By Larry Fine
DALLAS (Reuters) - Olympic all-around gymnastics champion Nastia Liukin is relishing the exhaustion of intense training in her rushed bid to represent the United States at the London Games.
The 22-year-old will compete for the first time in three years at the U.S. Classic in Chicago in less than two weeks, but is battling to hose down expectations even as her anticipation grows.
"I'm trying not to have too many expectations because it has been quite a few years since I've competed, but my excitement is building," Liukin told a throng of reporters at the U.S. Olympic Media Summit on Monday.
"Walking home and walking up my stairs and being so exhausted you can hardly walk, that's the best feeling now. It's a sense of accomplishment of the day."
Two weeks after the Classic, Liukin heads to the national championships where she will have to produce good enough results to qualify for the Olympic trials at the end of June in San Jose, California.
Wearing mini black shorts under a red team jersey, and perched on black, platform shoes with five-inch heels, Liukin projected a touch of glamour among other gymnastic hopefuls decked out in sweatsuits and warm-up jackets early in the morning.
The daughter of double Olympic gold medalist Valeri Liukin and rhythmic gymnast Anna Kotchnova, who emigrated to the United States from the then-Soviet Union, Liukin won five Olympic medals at Beijing.
Apart from the coveted all-around title, Liukin clinched women's team silver, individual silvers on the beam and the bars, and a bronze in the floor exercise.
Despite her star quality and undeniable pedigree, Liukin knows reputation alone will not carry her onto the U.S. team and will have to battle the younger gymnasts who teamed up to win world championship honors last October in Tokyo.
Teams are now comprised of five members rather than six, and selectors must find the right combination to thrive in the team event, in which three scores must be counted in each discipline.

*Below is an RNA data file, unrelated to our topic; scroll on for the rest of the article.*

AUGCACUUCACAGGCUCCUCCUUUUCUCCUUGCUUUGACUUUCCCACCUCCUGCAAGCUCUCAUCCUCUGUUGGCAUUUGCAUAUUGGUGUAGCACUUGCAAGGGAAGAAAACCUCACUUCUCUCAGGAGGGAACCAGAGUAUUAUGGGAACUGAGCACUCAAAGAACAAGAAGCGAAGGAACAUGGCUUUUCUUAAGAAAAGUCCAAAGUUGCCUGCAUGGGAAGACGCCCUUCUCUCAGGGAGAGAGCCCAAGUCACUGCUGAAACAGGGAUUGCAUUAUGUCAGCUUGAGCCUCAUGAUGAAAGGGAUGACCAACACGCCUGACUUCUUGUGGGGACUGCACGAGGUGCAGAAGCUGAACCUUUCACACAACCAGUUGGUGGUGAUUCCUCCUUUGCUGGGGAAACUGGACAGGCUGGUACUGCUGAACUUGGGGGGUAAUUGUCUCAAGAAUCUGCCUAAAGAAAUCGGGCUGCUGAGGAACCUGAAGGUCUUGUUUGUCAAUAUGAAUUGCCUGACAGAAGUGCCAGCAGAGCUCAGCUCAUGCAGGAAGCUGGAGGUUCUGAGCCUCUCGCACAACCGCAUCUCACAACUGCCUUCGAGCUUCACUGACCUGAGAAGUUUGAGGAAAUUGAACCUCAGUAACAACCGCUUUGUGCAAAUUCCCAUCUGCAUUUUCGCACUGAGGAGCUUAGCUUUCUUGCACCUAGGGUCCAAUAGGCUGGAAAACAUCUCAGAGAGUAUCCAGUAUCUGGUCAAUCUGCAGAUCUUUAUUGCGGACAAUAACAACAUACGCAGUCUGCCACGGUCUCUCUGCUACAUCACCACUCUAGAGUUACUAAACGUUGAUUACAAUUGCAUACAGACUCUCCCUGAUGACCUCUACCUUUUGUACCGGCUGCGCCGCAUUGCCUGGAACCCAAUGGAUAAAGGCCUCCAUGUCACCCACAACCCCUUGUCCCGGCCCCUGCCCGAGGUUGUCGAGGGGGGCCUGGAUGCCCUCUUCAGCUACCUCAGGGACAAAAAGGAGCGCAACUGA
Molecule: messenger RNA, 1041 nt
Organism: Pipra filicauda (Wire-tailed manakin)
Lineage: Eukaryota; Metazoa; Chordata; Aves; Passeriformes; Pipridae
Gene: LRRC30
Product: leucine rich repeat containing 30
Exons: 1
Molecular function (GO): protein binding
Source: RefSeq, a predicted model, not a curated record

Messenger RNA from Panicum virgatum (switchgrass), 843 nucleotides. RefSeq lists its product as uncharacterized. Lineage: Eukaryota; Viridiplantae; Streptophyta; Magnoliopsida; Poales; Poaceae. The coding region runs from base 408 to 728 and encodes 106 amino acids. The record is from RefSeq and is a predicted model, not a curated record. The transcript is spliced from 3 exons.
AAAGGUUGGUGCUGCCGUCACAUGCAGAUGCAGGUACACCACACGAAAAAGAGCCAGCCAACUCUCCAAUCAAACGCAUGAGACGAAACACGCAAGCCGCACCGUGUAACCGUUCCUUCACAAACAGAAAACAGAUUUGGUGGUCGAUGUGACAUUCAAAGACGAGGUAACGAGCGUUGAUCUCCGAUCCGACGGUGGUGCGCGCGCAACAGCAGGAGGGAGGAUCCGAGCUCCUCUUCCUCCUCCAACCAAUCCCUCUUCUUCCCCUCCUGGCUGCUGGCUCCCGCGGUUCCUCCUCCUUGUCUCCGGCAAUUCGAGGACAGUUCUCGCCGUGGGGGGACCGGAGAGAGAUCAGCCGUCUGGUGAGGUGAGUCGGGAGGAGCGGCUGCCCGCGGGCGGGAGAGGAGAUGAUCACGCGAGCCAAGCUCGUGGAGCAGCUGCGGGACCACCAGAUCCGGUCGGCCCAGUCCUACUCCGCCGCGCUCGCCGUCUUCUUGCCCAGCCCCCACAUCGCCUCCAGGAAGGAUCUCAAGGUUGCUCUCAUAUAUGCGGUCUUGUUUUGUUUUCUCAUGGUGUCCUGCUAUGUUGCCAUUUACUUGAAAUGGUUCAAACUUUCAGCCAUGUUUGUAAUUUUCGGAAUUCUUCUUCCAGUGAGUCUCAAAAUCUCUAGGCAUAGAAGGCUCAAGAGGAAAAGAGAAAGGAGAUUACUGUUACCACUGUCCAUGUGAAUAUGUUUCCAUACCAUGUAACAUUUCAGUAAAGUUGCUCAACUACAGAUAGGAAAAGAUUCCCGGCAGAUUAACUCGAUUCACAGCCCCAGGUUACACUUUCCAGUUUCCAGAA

Liukin will focus on her two best events, the uneven bars and balance beam, in her bid to impress the selectors.
"It's always a puzzle piece," she said about the selection process. "You have to really strategize. For team finals, it's three up, three count in each event. You have to make sure you have three great bar scores, three great beam scores.
"My beam is definitely ready. Bars has been one of the things slower to come back even though it's my best and strongest event. You have to have more endurance and strength."
Liukin spent her years away from competition representing a variety of sponsors, creating a fashion line and serving as the athlete representative for U.S. gymnastics and the international federation (FIG).
Although turning away from competition following the 2009 nationals, Liukin never stopped training, and worked out informally in her family's gyms in the Dallas area.
"Gymnastics, especially in my family, is more than a sport. It's our life, it's our careers, it's our family business, she said.
"It's been a very hard journey, these last six months and there's definitely a lot ahead of me in these next few months.
"I'm excited to be where I'm at, to be able to do gymnastics again. I've missed being able to flip in the air, flip on the beam and swing on the bars."
Despite the intensity and toil involved in her London preparations, Liukin said she would be content even if her Olympic bid fell flat, and plans to enroll in New York University in January to study sports management.
"I'm showing the younger generation your career doesn't have to be over when you're 16-years-old," she said.
"If that's what you love to do, you should be able to do it as long as you can."
(Editing by Ian Ransom)